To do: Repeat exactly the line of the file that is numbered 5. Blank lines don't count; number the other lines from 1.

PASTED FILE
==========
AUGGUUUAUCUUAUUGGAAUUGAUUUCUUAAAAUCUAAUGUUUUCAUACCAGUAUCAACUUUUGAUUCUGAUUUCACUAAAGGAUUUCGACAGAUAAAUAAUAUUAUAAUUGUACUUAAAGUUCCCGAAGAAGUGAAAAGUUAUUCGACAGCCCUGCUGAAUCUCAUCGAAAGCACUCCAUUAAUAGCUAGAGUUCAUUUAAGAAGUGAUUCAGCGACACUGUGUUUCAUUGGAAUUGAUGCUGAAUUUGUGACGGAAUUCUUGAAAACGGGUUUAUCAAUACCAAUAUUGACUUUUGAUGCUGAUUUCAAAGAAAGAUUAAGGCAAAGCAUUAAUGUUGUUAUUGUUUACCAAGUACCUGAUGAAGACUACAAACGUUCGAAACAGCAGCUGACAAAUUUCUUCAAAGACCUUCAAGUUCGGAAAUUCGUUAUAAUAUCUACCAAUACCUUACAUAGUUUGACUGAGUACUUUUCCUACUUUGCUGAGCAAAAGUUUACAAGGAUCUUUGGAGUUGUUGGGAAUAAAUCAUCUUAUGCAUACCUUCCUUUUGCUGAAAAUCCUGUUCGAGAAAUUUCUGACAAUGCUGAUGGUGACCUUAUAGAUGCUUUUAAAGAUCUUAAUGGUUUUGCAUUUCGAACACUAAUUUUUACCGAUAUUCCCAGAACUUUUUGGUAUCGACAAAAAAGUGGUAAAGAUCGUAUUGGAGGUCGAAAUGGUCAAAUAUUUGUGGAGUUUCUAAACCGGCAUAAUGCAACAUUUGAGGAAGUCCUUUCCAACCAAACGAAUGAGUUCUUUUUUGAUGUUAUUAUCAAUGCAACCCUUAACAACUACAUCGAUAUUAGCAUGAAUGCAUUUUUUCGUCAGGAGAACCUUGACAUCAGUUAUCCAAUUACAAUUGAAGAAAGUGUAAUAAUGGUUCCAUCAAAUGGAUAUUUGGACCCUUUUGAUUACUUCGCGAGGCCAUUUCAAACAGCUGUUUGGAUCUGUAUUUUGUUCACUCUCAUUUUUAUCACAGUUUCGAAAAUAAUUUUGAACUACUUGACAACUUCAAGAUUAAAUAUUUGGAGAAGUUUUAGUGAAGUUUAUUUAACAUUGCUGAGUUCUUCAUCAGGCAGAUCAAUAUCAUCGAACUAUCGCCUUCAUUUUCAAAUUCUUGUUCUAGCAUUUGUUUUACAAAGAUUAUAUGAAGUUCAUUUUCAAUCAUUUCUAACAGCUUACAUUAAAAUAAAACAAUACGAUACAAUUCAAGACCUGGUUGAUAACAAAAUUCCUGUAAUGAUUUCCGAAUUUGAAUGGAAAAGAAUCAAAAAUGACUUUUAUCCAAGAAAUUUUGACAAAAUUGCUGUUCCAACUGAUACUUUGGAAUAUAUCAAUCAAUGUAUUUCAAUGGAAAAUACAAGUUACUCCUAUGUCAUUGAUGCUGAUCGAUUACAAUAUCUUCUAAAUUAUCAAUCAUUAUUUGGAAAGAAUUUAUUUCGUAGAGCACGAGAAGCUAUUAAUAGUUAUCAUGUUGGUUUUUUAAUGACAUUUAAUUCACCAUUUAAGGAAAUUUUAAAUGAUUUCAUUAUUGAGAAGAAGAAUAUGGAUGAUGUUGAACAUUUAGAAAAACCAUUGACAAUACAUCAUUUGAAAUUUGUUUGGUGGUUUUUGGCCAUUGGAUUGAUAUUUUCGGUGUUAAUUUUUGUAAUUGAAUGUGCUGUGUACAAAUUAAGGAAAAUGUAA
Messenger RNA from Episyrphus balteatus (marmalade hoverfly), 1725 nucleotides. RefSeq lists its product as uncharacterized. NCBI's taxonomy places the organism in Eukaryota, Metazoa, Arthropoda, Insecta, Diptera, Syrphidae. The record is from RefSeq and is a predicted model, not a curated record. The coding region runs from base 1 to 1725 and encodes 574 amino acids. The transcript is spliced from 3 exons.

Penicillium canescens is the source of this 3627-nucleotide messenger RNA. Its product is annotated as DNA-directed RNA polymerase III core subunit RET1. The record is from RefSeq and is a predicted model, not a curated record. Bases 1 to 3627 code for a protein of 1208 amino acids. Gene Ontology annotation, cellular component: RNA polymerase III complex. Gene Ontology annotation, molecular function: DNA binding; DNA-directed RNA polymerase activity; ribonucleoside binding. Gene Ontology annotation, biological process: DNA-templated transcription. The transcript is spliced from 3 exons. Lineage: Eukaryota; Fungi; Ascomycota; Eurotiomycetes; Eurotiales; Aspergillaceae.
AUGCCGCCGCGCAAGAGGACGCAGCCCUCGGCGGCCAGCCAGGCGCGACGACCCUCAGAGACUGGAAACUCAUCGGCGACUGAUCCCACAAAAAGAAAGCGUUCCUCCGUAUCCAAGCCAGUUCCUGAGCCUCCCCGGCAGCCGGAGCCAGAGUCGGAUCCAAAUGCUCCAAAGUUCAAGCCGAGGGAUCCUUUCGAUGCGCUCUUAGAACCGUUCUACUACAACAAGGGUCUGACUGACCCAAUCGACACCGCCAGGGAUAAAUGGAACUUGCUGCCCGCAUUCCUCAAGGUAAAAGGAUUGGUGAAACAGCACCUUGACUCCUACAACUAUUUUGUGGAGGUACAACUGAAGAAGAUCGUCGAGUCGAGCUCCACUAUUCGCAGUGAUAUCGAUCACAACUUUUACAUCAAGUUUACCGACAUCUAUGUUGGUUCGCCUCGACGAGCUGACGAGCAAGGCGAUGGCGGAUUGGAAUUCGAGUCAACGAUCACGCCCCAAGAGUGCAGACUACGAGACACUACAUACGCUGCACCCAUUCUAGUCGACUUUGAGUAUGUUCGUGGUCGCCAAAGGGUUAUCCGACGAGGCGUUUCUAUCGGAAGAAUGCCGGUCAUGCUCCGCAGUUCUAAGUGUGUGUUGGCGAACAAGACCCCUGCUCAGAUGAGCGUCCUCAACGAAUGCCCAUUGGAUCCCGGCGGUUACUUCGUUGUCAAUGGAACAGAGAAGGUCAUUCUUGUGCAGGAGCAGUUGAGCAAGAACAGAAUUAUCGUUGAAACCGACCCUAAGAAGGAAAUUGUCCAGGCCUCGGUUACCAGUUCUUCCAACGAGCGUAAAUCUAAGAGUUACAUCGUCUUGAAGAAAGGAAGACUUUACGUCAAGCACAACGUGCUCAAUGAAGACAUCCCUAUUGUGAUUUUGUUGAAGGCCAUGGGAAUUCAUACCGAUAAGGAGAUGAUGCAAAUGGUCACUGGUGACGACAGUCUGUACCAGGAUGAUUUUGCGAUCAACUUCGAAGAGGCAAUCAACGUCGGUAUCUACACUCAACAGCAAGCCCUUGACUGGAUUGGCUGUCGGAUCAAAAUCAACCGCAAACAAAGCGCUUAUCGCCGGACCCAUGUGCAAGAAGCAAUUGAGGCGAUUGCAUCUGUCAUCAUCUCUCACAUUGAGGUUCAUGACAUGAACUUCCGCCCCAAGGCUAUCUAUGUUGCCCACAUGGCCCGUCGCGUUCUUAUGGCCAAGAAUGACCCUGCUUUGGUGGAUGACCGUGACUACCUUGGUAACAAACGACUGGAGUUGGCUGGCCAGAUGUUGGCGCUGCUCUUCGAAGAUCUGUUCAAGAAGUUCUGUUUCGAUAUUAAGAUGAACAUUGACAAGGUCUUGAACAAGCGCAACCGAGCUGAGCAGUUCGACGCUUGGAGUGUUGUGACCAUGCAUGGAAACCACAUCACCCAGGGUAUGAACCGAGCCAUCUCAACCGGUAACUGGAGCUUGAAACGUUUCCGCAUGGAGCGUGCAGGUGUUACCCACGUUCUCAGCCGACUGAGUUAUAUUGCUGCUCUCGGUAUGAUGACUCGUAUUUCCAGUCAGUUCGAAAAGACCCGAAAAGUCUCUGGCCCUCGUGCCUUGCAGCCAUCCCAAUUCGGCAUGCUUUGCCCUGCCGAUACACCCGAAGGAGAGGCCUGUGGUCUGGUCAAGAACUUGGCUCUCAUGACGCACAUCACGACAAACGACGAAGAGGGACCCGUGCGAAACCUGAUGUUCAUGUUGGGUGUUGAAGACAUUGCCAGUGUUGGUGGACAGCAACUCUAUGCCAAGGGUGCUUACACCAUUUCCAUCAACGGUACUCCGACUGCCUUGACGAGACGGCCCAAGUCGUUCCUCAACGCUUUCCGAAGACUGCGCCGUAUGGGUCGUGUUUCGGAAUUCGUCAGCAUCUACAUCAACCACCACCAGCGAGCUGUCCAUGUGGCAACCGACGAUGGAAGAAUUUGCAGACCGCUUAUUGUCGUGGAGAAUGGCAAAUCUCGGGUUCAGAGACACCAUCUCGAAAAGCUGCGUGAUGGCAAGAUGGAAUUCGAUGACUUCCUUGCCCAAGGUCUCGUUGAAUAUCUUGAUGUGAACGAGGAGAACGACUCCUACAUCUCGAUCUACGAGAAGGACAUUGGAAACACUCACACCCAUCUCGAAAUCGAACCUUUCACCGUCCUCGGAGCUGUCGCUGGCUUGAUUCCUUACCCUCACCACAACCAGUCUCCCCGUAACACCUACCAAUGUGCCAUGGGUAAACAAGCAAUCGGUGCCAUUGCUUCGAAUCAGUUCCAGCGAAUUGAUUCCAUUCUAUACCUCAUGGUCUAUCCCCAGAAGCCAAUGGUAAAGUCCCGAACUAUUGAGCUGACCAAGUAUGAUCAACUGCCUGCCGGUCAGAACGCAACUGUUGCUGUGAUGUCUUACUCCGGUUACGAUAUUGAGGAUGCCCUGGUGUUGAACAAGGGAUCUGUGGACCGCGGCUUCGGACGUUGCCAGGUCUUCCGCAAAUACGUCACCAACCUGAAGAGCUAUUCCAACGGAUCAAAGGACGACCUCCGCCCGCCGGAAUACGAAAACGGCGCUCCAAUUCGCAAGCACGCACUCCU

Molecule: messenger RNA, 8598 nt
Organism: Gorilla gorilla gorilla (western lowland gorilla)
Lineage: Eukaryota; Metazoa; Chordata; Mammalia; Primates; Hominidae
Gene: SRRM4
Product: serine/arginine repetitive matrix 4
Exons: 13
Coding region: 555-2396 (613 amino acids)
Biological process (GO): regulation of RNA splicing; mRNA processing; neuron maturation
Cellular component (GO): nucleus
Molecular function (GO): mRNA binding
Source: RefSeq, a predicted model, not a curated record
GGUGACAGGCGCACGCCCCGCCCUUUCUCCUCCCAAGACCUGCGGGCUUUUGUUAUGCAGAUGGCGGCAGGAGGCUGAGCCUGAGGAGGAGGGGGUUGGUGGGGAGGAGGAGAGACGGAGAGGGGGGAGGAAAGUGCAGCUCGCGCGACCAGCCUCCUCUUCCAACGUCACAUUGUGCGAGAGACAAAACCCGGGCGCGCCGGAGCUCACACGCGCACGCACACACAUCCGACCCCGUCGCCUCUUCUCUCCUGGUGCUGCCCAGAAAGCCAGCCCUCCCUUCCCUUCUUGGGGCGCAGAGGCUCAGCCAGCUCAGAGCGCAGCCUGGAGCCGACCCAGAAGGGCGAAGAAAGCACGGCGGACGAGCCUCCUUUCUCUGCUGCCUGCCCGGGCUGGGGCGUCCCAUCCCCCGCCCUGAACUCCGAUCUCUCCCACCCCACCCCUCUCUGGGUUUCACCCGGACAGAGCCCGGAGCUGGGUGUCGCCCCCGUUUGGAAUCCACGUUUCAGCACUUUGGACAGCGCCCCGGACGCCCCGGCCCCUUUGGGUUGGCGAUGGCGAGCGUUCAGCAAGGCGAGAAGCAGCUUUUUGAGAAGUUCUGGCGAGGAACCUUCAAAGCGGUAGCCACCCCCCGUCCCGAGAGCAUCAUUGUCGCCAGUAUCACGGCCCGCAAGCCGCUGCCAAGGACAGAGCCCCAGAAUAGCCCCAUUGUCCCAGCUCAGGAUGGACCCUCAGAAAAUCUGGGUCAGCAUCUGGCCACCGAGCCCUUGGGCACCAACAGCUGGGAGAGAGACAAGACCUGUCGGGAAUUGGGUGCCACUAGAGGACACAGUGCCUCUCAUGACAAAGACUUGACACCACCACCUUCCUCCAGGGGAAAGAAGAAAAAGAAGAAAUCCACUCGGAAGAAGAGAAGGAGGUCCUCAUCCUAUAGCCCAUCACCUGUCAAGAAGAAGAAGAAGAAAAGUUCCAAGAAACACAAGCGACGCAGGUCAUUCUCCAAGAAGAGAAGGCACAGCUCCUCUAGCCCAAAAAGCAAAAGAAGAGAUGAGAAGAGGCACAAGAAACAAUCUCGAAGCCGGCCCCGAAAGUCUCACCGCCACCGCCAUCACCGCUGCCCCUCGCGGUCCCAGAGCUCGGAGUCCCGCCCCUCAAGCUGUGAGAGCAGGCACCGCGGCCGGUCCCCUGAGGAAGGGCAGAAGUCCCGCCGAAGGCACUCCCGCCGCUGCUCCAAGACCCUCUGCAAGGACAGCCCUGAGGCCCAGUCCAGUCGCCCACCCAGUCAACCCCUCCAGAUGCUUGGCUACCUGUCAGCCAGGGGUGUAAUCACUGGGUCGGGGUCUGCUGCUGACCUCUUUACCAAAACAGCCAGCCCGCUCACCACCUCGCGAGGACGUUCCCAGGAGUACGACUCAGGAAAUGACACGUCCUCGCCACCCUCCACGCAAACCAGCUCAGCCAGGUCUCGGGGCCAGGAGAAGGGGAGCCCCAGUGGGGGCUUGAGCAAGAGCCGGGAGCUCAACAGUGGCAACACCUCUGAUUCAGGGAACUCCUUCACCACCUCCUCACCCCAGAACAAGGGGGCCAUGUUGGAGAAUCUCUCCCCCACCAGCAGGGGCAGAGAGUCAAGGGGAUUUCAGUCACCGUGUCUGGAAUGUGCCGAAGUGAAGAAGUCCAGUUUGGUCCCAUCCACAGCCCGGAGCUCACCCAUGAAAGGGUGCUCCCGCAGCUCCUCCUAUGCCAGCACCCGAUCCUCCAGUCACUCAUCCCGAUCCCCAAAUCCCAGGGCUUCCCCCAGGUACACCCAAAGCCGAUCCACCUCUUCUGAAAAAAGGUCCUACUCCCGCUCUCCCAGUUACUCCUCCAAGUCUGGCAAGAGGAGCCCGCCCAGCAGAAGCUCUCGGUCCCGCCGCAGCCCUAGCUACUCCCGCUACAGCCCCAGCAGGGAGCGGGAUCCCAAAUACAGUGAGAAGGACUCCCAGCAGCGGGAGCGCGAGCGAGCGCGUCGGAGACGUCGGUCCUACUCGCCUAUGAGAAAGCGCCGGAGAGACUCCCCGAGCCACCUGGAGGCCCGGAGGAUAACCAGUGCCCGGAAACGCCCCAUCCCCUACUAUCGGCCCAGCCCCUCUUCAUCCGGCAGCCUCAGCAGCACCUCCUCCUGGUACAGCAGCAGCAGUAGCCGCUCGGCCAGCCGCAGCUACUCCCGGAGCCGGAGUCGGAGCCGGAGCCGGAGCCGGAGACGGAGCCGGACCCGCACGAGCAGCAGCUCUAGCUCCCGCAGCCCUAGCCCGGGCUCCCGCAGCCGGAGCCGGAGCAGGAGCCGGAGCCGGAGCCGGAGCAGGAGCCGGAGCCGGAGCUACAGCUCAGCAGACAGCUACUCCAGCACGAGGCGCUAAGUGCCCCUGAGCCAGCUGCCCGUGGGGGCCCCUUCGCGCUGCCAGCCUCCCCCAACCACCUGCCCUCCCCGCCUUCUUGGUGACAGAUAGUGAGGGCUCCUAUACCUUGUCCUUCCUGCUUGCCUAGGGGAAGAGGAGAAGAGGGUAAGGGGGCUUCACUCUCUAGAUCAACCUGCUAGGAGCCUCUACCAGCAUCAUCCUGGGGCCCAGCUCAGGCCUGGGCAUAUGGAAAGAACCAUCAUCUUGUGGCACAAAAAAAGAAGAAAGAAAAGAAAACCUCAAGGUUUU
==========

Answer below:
Molecule: messenger RNA, 8598 nt